Read More from: WSJ.com: Bankruptcy Beat

1 week 1 day ago
Today, in the latest installment of our series reviewing the Final Report and Recommendations of the American Bankruptcy Institute Commission to Study the Reform of Chapter 11, we review the Commission’s comments on (i) venue and (ii) core and noncore matters – discussed in sections IX.A and IX.B, respectively. Two topics that – in a notable departure from the majority of the Report – the Commission did not issue any recommendations for reform, but for quite different reasons in each instance. The Commissioners did not provide any recommendations regarding the venue statute because they were unable to reconcile their strong and disparate views on the topic. In contrast, the commissioners demurred, on the topic of core and noncore matters, in light of the current unsettled nature of the case law on the topic following the recent Supreme Court decisions in Stern v.
1 week 1 day ago
Today, in the latest installment of our series reviewing the Final Report and Recommendations of the American Bankruptcy Institute Commission to Study the Reform of Chapter 11, we review the Commission’s comments on (i) venue and (ii) core and noncore matters – discussed in sections IX.A and IX.B, respectively. Two topics that – in a notable departure from the majority of the Report – the Commission did not issue any recommendations for reform, but for quite different reasons in each instance. The Commissioners did not provide any recommendations regarding the venue statute because they were unable to reconcile their strong and disparate views on the topic. In contrast, the commissioners demurred, on the topic of core and noncore matters, in light of the current unsettled nature of the case law on the topic following the recent Supreme Court decisions in Stern v.
1 week 1 day ago
Opus Bank in Irvine, Calif., has agreed to buy a pair of nonbanking businesses.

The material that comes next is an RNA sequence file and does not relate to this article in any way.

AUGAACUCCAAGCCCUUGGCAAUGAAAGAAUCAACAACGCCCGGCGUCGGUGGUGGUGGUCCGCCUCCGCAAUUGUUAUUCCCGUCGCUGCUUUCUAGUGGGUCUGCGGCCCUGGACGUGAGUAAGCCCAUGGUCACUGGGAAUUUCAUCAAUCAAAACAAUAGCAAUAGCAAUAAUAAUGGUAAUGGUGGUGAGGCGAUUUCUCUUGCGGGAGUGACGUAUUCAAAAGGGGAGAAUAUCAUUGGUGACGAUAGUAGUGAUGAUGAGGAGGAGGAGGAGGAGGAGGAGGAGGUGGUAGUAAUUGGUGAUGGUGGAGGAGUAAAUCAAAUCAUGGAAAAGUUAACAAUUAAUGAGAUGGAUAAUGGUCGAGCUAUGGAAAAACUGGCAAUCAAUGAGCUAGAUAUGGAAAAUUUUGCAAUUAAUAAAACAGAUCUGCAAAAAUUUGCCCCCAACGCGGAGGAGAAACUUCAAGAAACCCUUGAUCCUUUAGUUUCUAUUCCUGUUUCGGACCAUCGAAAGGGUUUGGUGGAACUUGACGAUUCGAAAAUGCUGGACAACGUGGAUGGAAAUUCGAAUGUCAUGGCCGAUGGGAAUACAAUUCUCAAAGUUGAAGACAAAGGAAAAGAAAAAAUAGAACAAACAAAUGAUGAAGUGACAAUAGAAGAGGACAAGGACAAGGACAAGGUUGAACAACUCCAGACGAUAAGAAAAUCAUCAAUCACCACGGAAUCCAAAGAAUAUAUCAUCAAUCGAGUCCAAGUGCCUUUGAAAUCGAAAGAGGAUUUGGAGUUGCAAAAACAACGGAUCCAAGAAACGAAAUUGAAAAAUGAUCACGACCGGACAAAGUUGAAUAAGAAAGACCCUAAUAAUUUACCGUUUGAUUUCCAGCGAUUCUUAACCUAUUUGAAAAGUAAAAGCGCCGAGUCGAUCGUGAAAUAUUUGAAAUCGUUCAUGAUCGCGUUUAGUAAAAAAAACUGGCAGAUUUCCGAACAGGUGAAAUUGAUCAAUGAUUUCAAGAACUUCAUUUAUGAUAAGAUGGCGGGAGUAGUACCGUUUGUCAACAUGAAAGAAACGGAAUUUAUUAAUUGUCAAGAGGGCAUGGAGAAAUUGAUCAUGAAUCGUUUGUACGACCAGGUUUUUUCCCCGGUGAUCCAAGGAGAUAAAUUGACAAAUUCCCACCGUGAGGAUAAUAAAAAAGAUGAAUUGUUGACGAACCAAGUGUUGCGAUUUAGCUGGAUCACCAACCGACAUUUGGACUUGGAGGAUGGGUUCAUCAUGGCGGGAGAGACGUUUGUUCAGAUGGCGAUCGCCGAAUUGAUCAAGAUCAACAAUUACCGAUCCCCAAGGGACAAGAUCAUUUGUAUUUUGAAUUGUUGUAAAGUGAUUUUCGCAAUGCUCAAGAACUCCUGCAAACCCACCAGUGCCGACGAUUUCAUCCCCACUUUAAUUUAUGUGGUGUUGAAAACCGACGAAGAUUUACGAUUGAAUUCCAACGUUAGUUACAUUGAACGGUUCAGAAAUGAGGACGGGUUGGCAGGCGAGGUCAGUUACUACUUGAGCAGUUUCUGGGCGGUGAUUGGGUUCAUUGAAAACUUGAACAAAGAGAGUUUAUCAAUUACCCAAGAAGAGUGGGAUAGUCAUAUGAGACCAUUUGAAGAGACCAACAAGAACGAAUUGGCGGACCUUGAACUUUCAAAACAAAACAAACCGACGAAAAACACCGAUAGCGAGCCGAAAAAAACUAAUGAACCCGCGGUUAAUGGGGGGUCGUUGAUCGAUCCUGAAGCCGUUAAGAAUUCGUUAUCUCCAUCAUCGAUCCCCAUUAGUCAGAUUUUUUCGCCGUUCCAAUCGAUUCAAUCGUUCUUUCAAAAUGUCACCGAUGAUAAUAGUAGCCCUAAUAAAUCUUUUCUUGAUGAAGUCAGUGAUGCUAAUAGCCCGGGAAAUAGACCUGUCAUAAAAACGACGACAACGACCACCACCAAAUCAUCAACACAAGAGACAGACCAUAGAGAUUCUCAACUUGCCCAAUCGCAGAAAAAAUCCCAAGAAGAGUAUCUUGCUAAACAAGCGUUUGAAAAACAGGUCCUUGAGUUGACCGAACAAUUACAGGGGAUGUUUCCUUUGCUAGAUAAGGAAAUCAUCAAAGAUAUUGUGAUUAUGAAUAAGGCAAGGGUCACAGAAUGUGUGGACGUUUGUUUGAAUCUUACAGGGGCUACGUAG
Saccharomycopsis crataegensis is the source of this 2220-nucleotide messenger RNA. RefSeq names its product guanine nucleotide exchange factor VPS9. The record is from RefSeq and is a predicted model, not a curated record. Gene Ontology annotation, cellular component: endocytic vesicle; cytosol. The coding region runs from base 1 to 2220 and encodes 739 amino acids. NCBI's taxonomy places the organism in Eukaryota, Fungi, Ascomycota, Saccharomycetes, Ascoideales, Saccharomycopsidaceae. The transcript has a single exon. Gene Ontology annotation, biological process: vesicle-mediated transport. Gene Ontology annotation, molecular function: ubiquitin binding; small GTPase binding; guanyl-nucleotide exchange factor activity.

Read More from: BankThink

1 week 1 day ago
As a consultant to Citibank in the 1970s, former Miss America Bess Myerson helped spearhead landmark consumer reforms Â-- including the first plain-language agreement in the financial services industry.

Read More from: BankThink

1 week 1 day ago
Leon Barson Brandon Shemtob The United States Bankruptcy Court for the Northern District of Illinois recently handed down an opinion, In re River Road Hotel Partners LLC, 2014 WL 5488259 (Bankr. N.D. Ill. 2014),  dealing with the issue of a financial advisory firm’s entitlement to a $2.6 million “restructuring fee” following confirmation of a Chapter 11 plan of reorganization proffered by the Debtors’ secured creditor.  The opinion sheds light on the importance of clear drafting in engagement letters as well as the need to closely monitor a debtor’s proposed retention application for its financial advisor.      This Chapter 11 case concerned River Road Hotel Partners LLC and its affiliates in connection with their ownership of the Intercontinental Hotel at Chicago’s O’Hare Airport.  After filing for bankruptcy in 2009, the Debtors sought to retain FBR Capital Markets & Co. to perform financial advisory services in connection with the reorganization effort.  The parties negotiated an engagement letter, which provided for, among other things, a “restructuring fee” that compensated FBR in the event of a successful reorganization of the Debtors.  The term “restructuring” was broadly defined in the engagement letter in order to encompass “any restructuring, reorganization and/or recapitalization…that involves all or a significant portion of the [Debtors’] outstanding obligations….” 

Read More from: Bankruptcy Law Watch

1 week 1 day ago
The Firm's other practice groups include litigation and dispute resolution. The post Litigation & Dispute Resolution appeared first on Culhane Meadows PLLC - Dallas Chapter 11 Business Bankruptcy.